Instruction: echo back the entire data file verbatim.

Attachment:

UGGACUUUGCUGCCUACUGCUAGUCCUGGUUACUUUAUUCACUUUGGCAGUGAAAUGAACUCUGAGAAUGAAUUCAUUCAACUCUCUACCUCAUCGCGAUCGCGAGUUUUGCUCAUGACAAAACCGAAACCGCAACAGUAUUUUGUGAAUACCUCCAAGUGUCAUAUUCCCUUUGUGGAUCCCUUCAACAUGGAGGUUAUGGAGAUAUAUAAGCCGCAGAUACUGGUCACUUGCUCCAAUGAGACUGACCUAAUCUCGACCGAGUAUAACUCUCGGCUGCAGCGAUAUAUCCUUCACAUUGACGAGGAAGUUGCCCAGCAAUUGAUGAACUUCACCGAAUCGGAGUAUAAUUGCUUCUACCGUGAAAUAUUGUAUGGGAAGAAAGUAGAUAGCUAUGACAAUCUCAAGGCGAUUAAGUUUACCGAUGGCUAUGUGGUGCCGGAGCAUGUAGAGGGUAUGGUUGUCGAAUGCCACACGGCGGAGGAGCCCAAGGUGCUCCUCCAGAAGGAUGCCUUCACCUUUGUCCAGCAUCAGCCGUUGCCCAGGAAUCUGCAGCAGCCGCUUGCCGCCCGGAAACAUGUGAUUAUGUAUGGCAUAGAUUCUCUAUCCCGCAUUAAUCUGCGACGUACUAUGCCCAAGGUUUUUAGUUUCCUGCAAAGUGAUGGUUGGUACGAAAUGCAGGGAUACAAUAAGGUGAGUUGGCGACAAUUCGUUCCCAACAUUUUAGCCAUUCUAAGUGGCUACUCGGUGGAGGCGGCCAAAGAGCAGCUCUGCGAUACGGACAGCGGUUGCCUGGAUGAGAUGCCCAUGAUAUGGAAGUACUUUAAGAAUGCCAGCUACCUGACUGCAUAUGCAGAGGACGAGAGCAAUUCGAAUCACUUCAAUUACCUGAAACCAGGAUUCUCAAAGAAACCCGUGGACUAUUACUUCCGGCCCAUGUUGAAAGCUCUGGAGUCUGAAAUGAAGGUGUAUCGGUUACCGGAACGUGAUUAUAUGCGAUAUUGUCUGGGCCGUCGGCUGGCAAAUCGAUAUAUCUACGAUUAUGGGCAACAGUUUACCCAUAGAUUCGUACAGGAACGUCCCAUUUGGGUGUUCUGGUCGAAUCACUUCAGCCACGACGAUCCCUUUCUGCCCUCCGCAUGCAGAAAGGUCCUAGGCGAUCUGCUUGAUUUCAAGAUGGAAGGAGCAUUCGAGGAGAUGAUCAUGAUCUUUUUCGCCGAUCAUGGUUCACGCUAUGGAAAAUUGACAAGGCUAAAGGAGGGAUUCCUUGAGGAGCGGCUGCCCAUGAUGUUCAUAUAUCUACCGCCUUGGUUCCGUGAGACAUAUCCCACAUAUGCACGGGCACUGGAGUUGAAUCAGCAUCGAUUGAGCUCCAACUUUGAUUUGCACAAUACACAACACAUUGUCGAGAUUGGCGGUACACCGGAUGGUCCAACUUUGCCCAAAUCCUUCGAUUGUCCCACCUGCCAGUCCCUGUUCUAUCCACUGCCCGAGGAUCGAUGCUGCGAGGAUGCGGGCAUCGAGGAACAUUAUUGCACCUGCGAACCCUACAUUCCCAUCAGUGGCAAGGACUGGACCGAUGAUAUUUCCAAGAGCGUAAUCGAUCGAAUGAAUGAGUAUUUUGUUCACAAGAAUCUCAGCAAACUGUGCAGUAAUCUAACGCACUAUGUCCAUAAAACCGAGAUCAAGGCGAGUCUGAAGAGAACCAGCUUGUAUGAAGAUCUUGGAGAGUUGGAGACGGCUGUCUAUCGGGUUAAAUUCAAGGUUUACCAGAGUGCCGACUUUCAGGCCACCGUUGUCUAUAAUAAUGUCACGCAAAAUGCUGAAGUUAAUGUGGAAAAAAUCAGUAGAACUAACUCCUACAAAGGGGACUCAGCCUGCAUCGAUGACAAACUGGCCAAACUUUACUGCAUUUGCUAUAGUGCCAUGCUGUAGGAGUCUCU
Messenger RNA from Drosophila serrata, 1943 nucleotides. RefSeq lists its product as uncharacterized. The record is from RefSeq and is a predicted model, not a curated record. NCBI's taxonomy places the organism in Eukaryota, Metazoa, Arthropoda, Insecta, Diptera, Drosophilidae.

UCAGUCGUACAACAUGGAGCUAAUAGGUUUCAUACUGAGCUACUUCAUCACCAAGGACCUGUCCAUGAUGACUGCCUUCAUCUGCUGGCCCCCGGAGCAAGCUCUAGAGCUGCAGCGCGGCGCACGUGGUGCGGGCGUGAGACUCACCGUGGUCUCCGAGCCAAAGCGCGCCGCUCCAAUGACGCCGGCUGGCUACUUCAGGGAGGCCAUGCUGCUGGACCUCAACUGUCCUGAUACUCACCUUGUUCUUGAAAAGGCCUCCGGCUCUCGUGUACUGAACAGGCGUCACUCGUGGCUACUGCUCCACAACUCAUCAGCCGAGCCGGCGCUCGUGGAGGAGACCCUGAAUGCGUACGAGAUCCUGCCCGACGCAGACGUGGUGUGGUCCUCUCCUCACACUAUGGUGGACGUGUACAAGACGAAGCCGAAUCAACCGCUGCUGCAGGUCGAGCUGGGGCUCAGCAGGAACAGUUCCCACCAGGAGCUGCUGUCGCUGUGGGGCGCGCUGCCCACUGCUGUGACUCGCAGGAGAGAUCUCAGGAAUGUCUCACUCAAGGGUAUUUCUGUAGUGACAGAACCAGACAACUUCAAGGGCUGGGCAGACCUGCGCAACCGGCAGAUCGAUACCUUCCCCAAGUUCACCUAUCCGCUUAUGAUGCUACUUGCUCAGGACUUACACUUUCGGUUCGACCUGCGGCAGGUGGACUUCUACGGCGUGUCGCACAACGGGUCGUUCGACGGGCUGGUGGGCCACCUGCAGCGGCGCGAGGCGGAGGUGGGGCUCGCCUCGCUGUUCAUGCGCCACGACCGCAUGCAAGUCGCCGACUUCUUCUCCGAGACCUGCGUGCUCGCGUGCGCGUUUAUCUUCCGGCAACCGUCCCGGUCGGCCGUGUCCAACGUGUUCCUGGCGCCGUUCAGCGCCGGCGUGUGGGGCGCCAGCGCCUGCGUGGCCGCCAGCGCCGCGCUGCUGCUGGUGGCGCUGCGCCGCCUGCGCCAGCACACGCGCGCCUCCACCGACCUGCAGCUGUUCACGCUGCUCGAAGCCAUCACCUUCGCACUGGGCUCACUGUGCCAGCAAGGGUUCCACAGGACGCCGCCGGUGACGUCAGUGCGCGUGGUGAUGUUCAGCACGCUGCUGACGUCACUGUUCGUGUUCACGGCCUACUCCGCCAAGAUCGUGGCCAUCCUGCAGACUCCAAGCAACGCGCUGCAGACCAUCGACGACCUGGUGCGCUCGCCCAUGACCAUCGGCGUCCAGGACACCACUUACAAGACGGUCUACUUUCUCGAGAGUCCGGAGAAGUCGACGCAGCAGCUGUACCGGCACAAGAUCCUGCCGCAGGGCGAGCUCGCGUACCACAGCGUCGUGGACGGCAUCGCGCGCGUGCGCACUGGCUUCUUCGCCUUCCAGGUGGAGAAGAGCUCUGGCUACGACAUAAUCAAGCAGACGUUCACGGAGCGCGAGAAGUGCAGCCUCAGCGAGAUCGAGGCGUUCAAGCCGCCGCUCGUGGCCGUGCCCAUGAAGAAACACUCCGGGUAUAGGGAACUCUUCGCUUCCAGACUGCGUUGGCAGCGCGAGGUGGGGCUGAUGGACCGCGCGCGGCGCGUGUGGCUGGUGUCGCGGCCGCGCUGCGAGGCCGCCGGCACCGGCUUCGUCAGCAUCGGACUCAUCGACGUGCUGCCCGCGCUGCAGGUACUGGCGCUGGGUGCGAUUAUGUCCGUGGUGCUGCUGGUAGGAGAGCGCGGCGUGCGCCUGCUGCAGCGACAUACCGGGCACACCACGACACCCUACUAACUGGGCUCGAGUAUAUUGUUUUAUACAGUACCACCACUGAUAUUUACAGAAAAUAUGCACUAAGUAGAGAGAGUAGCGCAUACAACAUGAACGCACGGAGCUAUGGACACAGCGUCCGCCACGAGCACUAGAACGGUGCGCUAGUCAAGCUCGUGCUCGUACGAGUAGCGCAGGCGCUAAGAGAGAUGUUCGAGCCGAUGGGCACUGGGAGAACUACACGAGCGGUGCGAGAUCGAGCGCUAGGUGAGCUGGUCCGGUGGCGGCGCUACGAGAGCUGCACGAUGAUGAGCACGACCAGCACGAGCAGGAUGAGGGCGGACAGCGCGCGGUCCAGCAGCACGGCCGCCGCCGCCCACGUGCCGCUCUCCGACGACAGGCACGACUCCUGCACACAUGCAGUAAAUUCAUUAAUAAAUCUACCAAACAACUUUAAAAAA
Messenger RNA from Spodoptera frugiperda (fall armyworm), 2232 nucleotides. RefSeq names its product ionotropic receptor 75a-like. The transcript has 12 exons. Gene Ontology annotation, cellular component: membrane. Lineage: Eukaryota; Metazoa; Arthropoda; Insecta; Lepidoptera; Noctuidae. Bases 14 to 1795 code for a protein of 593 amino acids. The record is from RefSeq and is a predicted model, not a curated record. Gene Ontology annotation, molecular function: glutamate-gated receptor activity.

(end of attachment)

UGGACUUUGCUGCCUACUGCUAGUCCUGGUUACUUUAUUCACUUUGGCAGUGAAAUGAACUCUGAGAAUGAAUUCAUUCAACUCUCUACCUCAUCGCGAUCGCGAGUUUUGCUCAUGACAAAACCGAAACCGCAACAGUAUUUUGUGAAUACCUCCAAGUGUCAUAUUCCCUUUGUGGAUCCCUUCAACAUGGAGGUUAUGGAGAUAUAUAAGCCGCAGAUACUGGUCACUUGCUCCAAUGAGACUGACCUAAUCUCGACCGAGUAUAACUCUCGGCUGCAGCGAUAUAUCCUUCACAUUGACGAGGAAGUUGCCCAGCAAUUGAUGAACUUCACCGAAUCGGAGUAUAAUUGCUUCUACCGUGAAAUAUUGUAUGGGAAGAAAGUAGAUAGCUAUGACAAUCUCAAGGCGAUUAAGUUUACCGAUGGCUAUGUGGUGCCGGAGCAUGUAGAGGGUAUGGUUGUCGAAUGCCACACGGCGGAGGAGCCCAAGGUGCUCCUCCAGAAGGAUGCCUUCACCUUUGUCCAGCAUCAGCCGUUGCCCAGGAAUCUGCAGCAGCCGCUUGCCGCCCGGAAACAUGUGAUUAUGUAUGGCAUAGAUUCUCUAUCCCGCAUUAAUCUGCGACGUACUAUGCCCAAGGUUUUUAGUUUCCUGCAAAGUGAUGGUUGGUACGAAAUGCAGGGAUACAAUAAGGUGAGUUGGCGACAAUUCGUUCCCAACAUUUUAGCCAUUCUAAGUGGCUACUCGGUGGAGGCGGCCAAAGAGCAGCUCUGCGAUACGGACAGCGGUUGCCUGGAUGAGAUGCCCAUGAUAUGGAAGUACUUUAAGAAUGCCAGCUACCUGACUGCAUAUGCAGAGGACGAGAGCAAUUCGAAUCACUUCAAUUACCUGAAACCAGGAUUCUCAAAGAAACCCGUGGACUAUUACUUCCGGCCCAUGUUGAAAGCUCUGGAGUCUGAAAUGAAGGUGUAUCGGUUACCGGAACGUGAUUAUAUGCGAUAUUGUCUGGGCCGUCGGCUGGCAAAUCGAUAUAUCUACGAUUAUGGGCAACAGUUUACCCAUAGAUUCGUACAGGAACGUCCCAUUUGGGUGUUCUGGUCGAAUCACUUCAGCCACGACGAUCCCUUUCUGCCCUCCGCAUGCAGAAAGGUCCUAGGCGAUCUGCUUGAUUUCAAGAUGGAAGGAGCAUUCGAGGAGAUGAUCAUGAUCUUUUUCGCCGAUCAUGGUUCACGCUAUGGAAAAUUGACAAGGCUAAAGGAGGGAUUCCUUGAGGAGCGGCUGCCCAUGAUGUUCAUAUAUCUACCGCCUUGGUUCCGUGAGACAUAUCCCACAUAUGCACGGGCACUGGAGUUGAAUCAGCAUCGAUUGAGCUCCAACUUUGAUUUGCACAAUACACAACACAUUGUCGAGAUUGGCGGUACACCGGAUGGUCCAACUUUGCCCAAAUCCUUCGAUUGUCCCACCUGCCAGUCCCUGUUCUAUCCACUGCCCGAGGAUCGAUGCUGCGAGGAUGCGGGCAUCGAGGAACAUUAUUGCACCUGCGAACCCUACAUUCCCAUCAGUGGCAAGGACUGGACCGAUGAUAUUUCCAAGAGCGUAAUCGAUCGAAUGAAUGAGUAUUUUGUUCACAAGAAUCUCAGCAAACUGUGCAGUAAUCUAACGCACUAUGUCCAUAAAACCGAGAUCAAGGCGAGUCUGAAGAGAACCAGCUUGUAUGAAGAUCUUGGAGAGUUGGAGACGGCUGUCUAUCGGGUUAAAUUCAAGGUUUACCAGAGUGCCGACUUUCAGGCCACCGUUGUCUAUAAUAAUGUCACGCAAAAUGCUGAAGUUAAUGUGGAAAAAAUCAGUAGAACUAACUCCUACAAAGGGGACUCAGCCUGCAUCGAUGACAAACUGGCCAAACUUUACUGCAUUUGCUAUAGUGCCAUGCUGUAGGAGUCUCU
Messenger RNA from Drosophila serrata, 1943 nucleotides. RefSeq lists its product as uncharacterized. The record is from RefSeq and is a predicted model, not a curated record. NCBI's taxonomy places the organism in Eukaryota, Metazoa, Arthropoda, Insecta, Diptera, Drosophilidae.

UCAGUCGUACAACAUGGAGCUAAUAGGUUUCAUACUGAGCUACUUCAUCACCAAGGACCUGUCCAUGAUGACUGCCUUCAUCUGCUGGCCCCCGGAGCAAGCUCUAGAGCUGCAGCGCGGCGCACGUGGUGCGGGCGUGAGACUCACCGUGGUCUCCGAGCCAAAGCGCGCCGCUCCAAUGACGCCGGCUGGCUACUUCAGGGAGGCCAUGCUGCUGGACCUCAACUGUCCUGAUACUCACCUUGUUCUUGAAAAGGCCUCCGGCUCUCGUGUACUGAACAGGCGUCACUCGUGGCUACUGCUCCACAACUCAUCAGCCGAGCCGGCGCUCGUGGAGGAGACCCUGAAUGCGUACGAGAUCCUGCCCGACGCAGACGUGGUGUGGUCCUCUCCUCACACUAUGGUGGACGUGUACAAGACGAAGCCGAAUCAACCGCUGCUGCAGGUCGAGCUGGGGCUCAGCAGGAACAGUUCCCACCAGGAGCUGCUGUCGCUGUGGGGCGCGCUGCCCACUGCUGUGACUCGCAGGAGAGAUCUCAGGAAUGUCUCACUCAAGGGUAUUUCUGUAGUGACAGAACCAGACAACUUCAAGGGCUGGGCAGACCUGCGCAACCGGCAGAUCGAUACCUUCCCCAAGUUCACCUAUCCGCUUAUGAUGCUACUUGCUCAGGACUUACACUUUCGGUUCGACCUGCGGCAGGUGGACUUCUACGGCGUGUCGCACAACGGGUCGUUCGACGGGCUGGUGGGCCACCUGCAGCGGCGCGAGGCGGAGGUGGGGCUCGCCUCGCUGUUCAUGCGCCACGACCGCAUGCAAGUCGCCGACUUCUUCUCCGAGACCUGCGUGCUCGCGUGCGCGUUUAUCUUCCGGCAACCGUCCCGGUCGGCCGUGUCCAACGUGUUCCUGGCGCCGUUCAGCGCCGGCGUGUGGGGCGCCAGCGCCUGCGUGGCCGCCAGCGCCGCGCUGCUGCUGGUGGCGCUGCGCCGCCUGCGCCAGCACACGCGCGCCUCCACCGACCUGCAGCUGUUCACGCUGCUCGAAGCCAUCACCUUCGCACUGGGCUCACUGUGCCAGCAAGGGUUCCACAGGACGCCGCCGGUGACGUCAGUGCGCGUGGUGAUGUUCAGCACGCUGCUGACGUCACUGUUCGUGUUCACGGCCUACUCCGCCAAGAUCGUGGCCAUCCUGCAGACUCCAAGCAACGCGCUGCAGACCAUCGACGACCUGGUGCGCUCGCCCAUGACCAUCGGCGUCCAGGACACCACUUACAAGACGGUCUACUUUCUCGAGAGUCCGGAGAAGUCGACGCAGCAGCUGUACCGGCACAAGAUCCUGCCGCAGGGCGAGCUCGCGUACCACAGCGUCGUGGACGGCAUCGCGCGCGUGCGCACUGGCUUCUUCGCCUUCCAGGUGGAGAAGAGCUCUGGCUACGACAUAAUCAAGCAGACGUUCACGGAGCGCGAGAAGUGCAGCCUCAGCGAGAUCGAGGCGUUCAAGCCGCCGCUCGUGGCCGUGCCCAUGAAGAAACACUCCGGGUAUAGGGAACUCUUCGCUUCCAGACUGCGUUGGCAGCGCGAGGUGGGGCUGAUGGACCGCGCGCGGCGCGUGUGGCUGGUGUCGCGGCCGCGCUGCGAGGCCGCCGGCACCGGCUUCGUCAGCAUCGGACUCAUCGACGUGCUGCCCGCGCUGCAGGUACUGGCGCUGGGUGCGAUUAUGUCCGUGGUGCUGCUGGUAGGAGAGCGCGGCGUGCGCCUGCUGCAGCGACAUACCGGGCACACCACGACACCCUACUAACUGGGCUCGAGUAUAUUGUUUUAUACAGUACCACCACUGAUAUUUACAGAAAAUAUGCACUAAGUAGAGAGAGUAGCGCAUACAACAUGAACGCACGGAGCUAUGGACACAGCGUCCGCCACGAGCACUAGAACGGUGCGCUAGUCAAGCUCGUGCUCGUACGAGUAGCGCAGGCGCUAAGAGAGAUGUUCGAGCCGAUGGGCACUGGGAGAACUACACGAGCGGUGCGAGAUCGAGCGCUAGGUGAGCUGGUCCGGUGGCGGCGCUACGAGAGCUGCACGAUGAUGAGCACGACCAGCACGAGCAGGAUGAGGGCGGACAGCGCGCGGUCCAGCAGCACGGCCGCCGCCGCCCACGUGCCGCUCUCCGACGACAGGCACGACUCCUGCACACAUGCAGUAAAUUCAUUAAUAAAUCUACCAAACAACUUUAAAAAA
Messenger RNA from Spodoptera frugiperda (fall armyworm), 2232 nucleotides. RefSeq names its product ionotropic receptor 75a-like. The transcript has 12 exons. Gene Ontology annotation, cellular component: membrane. Lineage: Eukaryota; Metazoa; Arthropoda; Insecta; Lepidoptera; Noctuidae. Bases 14 to 1795 code for a protein of 593 amino acids. The record is from RefSeq and is a predicted model, not a curated record. Gene Ontology annotation, molecular function: glutamate-gated receptor activity.